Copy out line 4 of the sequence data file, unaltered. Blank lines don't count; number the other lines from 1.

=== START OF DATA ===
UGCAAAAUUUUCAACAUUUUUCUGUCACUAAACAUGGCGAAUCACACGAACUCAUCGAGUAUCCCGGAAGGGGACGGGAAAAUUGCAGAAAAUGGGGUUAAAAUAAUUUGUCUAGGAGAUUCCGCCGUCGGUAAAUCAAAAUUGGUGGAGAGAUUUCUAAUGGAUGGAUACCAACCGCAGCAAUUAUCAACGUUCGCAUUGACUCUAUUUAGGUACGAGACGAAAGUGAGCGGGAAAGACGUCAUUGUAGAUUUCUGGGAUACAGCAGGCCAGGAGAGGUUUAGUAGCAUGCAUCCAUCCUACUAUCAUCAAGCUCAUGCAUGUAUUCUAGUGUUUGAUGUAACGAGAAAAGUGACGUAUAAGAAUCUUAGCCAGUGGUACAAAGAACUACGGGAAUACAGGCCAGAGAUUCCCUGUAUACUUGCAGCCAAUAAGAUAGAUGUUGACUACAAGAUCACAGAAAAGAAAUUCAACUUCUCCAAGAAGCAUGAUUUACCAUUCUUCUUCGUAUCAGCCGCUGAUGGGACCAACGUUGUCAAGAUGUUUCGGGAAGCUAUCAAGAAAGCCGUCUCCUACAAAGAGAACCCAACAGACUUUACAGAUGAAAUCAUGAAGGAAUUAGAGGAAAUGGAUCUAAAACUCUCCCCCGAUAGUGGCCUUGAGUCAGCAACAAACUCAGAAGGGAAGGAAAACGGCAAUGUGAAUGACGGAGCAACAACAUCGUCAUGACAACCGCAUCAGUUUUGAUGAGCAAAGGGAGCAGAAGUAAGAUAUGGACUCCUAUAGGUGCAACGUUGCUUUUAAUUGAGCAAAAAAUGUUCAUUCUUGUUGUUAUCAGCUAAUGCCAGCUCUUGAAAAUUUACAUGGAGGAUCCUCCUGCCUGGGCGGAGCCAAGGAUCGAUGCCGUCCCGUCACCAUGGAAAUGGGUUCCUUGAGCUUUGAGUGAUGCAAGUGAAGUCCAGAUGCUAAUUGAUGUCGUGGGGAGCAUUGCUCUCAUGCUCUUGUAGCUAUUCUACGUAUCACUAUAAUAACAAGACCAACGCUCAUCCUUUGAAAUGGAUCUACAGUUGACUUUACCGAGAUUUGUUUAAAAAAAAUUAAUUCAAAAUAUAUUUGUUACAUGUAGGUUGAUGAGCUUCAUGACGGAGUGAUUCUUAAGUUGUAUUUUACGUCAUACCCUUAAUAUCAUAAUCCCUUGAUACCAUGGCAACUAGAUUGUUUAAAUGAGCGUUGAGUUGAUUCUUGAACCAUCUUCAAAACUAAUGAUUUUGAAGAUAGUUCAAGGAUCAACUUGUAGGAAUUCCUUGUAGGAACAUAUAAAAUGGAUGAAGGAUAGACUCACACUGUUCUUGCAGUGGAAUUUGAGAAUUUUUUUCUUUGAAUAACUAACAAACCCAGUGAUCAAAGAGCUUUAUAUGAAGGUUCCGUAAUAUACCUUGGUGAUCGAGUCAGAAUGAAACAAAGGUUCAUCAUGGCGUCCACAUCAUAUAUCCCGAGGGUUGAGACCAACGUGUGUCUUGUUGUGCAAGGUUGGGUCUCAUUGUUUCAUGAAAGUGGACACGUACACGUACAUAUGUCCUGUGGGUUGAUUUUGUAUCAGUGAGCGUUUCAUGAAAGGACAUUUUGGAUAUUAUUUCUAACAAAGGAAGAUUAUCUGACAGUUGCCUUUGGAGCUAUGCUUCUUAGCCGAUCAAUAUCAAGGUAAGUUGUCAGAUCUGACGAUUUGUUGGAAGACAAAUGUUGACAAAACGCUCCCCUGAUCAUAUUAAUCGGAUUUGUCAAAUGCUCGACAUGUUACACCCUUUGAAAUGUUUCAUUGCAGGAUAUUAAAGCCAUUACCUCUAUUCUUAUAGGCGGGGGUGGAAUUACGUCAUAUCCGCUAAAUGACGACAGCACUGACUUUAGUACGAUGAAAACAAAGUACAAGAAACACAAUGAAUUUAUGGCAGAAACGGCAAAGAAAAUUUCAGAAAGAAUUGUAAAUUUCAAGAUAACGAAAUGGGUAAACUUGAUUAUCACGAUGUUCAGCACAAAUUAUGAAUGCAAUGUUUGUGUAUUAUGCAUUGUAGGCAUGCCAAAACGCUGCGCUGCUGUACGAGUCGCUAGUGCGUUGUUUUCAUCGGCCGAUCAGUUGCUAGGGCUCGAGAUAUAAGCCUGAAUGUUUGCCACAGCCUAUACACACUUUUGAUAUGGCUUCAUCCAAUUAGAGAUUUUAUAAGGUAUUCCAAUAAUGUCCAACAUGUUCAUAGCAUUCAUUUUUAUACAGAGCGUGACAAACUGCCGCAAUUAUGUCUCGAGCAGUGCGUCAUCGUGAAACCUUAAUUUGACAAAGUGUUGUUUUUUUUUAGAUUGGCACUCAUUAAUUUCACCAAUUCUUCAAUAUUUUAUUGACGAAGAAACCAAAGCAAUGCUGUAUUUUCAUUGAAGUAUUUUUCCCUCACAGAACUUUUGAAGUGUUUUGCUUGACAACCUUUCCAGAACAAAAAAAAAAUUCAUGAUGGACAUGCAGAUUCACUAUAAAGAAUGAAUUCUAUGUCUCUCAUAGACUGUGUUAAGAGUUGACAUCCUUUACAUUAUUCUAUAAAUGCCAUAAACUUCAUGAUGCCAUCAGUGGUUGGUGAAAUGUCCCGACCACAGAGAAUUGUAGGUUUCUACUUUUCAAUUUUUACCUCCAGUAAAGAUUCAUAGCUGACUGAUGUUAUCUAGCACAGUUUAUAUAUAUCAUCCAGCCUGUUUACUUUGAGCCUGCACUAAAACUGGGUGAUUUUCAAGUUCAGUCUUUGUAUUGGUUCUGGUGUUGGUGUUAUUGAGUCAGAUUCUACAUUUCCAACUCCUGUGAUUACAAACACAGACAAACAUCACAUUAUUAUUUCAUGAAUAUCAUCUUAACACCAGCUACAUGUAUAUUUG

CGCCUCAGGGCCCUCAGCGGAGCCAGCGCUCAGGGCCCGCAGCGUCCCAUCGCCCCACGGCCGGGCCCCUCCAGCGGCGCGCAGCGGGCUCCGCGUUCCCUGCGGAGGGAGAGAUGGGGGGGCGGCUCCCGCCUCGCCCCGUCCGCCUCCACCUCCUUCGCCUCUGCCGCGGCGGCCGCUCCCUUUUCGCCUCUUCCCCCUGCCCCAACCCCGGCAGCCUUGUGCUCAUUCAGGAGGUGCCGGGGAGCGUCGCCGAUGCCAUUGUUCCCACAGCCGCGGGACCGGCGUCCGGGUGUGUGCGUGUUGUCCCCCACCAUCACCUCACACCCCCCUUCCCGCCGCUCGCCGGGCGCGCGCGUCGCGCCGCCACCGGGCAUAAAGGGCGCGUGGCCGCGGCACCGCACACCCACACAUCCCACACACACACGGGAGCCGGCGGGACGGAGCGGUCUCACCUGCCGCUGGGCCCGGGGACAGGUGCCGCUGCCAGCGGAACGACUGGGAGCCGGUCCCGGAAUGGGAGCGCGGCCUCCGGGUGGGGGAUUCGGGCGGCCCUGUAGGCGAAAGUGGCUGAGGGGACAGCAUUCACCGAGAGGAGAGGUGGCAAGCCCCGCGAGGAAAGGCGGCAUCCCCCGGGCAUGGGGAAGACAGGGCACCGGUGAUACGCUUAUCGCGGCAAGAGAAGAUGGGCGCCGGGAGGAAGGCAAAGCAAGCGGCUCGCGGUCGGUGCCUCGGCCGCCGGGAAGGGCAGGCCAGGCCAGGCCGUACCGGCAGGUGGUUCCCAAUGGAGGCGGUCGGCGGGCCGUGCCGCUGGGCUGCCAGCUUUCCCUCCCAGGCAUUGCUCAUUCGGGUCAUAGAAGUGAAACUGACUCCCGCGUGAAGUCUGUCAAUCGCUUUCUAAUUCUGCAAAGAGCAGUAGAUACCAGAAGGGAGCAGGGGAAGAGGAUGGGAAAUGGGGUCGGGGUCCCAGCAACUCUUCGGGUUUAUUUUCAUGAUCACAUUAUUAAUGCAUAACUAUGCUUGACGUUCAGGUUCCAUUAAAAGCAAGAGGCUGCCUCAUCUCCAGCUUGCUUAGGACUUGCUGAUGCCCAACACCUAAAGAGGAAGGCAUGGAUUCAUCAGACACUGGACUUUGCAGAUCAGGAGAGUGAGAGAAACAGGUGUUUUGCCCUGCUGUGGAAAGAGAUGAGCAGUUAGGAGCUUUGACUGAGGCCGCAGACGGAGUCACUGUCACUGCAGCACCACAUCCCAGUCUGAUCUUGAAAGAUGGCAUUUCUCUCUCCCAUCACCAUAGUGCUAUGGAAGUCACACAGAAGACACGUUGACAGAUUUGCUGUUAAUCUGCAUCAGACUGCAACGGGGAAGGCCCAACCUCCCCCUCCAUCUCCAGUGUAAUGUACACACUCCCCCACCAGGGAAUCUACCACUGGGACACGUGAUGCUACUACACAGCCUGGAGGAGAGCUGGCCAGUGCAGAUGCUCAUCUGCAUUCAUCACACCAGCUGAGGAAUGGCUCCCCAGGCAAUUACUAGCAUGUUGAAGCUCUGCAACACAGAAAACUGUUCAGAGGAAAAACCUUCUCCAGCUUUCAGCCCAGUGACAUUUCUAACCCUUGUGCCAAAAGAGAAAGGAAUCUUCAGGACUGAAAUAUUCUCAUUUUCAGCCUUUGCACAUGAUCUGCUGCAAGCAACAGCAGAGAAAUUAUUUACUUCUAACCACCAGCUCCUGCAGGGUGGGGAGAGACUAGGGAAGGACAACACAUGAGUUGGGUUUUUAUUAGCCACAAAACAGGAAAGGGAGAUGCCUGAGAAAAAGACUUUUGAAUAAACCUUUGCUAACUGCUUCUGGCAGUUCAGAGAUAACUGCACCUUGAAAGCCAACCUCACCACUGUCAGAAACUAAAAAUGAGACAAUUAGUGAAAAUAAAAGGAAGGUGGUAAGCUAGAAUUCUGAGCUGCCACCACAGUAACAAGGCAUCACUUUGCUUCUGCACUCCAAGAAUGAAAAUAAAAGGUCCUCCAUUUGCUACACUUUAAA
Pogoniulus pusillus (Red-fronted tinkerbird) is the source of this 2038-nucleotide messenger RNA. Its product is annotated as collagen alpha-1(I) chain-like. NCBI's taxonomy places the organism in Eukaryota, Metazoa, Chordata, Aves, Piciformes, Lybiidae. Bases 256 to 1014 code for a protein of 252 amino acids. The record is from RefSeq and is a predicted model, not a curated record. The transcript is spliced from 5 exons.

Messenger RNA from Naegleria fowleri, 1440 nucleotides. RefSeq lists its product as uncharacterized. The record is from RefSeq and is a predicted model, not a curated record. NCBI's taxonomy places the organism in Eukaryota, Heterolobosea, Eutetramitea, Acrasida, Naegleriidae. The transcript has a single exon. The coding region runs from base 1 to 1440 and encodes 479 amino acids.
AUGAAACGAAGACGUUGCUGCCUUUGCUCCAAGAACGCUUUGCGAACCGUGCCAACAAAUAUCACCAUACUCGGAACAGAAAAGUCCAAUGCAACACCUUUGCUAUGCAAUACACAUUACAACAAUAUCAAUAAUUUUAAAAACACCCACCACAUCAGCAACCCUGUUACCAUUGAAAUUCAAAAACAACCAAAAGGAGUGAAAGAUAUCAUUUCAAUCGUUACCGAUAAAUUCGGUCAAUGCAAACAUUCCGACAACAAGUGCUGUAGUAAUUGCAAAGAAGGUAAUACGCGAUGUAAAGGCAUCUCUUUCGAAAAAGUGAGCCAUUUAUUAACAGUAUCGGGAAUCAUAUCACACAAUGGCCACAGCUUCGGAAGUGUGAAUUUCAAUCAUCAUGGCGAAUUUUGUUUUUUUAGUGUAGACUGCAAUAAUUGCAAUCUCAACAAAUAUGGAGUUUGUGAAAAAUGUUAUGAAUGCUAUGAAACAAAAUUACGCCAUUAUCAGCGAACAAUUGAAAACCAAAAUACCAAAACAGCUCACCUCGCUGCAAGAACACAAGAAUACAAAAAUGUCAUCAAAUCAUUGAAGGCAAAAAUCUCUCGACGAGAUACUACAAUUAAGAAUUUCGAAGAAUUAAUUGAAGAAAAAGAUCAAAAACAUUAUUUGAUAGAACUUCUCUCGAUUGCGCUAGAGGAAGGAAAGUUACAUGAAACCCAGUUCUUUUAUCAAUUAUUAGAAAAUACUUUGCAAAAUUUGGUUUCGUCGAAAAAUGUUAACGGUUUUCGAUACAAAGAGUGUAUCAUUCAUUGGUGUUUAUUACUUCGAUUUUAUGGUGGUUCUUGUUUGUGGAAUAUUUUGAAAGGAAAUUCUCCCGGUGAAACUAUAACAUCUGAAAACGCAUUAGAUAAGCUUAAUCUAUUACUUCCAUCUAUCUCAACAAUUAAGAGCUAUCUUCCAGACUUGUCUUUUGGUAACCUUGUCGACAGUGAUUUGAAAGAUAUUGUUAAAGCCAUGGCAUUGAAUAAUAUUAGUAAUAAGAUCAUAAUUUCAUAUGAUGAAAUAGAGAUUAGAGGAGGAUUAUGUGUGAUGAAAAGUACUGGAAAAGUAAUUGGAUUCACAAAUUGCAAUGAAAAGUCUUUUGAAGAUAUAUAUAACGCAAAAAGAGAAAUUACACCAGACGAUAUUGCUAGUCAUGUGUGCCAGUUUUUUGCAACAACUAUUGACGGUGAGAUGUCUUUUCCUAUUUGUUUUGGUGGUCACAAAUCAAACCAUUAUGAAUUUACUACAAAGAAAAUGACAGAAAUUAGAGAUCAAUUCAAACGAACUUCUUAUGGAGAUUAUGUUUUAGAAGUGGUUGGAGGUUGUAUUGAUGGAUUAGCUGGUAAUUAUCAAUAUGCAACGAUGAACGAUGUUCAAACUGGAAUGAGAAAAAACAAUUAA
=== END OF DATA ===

Messenger RNA from Naegleria fowleri, 1440 nucleotides. RefSeq lists its product as uncharacterized. The record is from RefSeq and is a predicted model, not a curated record. NCBI's taxonomy places the organism in Eukaryota, Heterolobosea, Eutetramitea, Acrasida, Naegleriidae. The transcript has a single exon. The coding region runs from base 1 to 1440 and encodes 479 amino acids.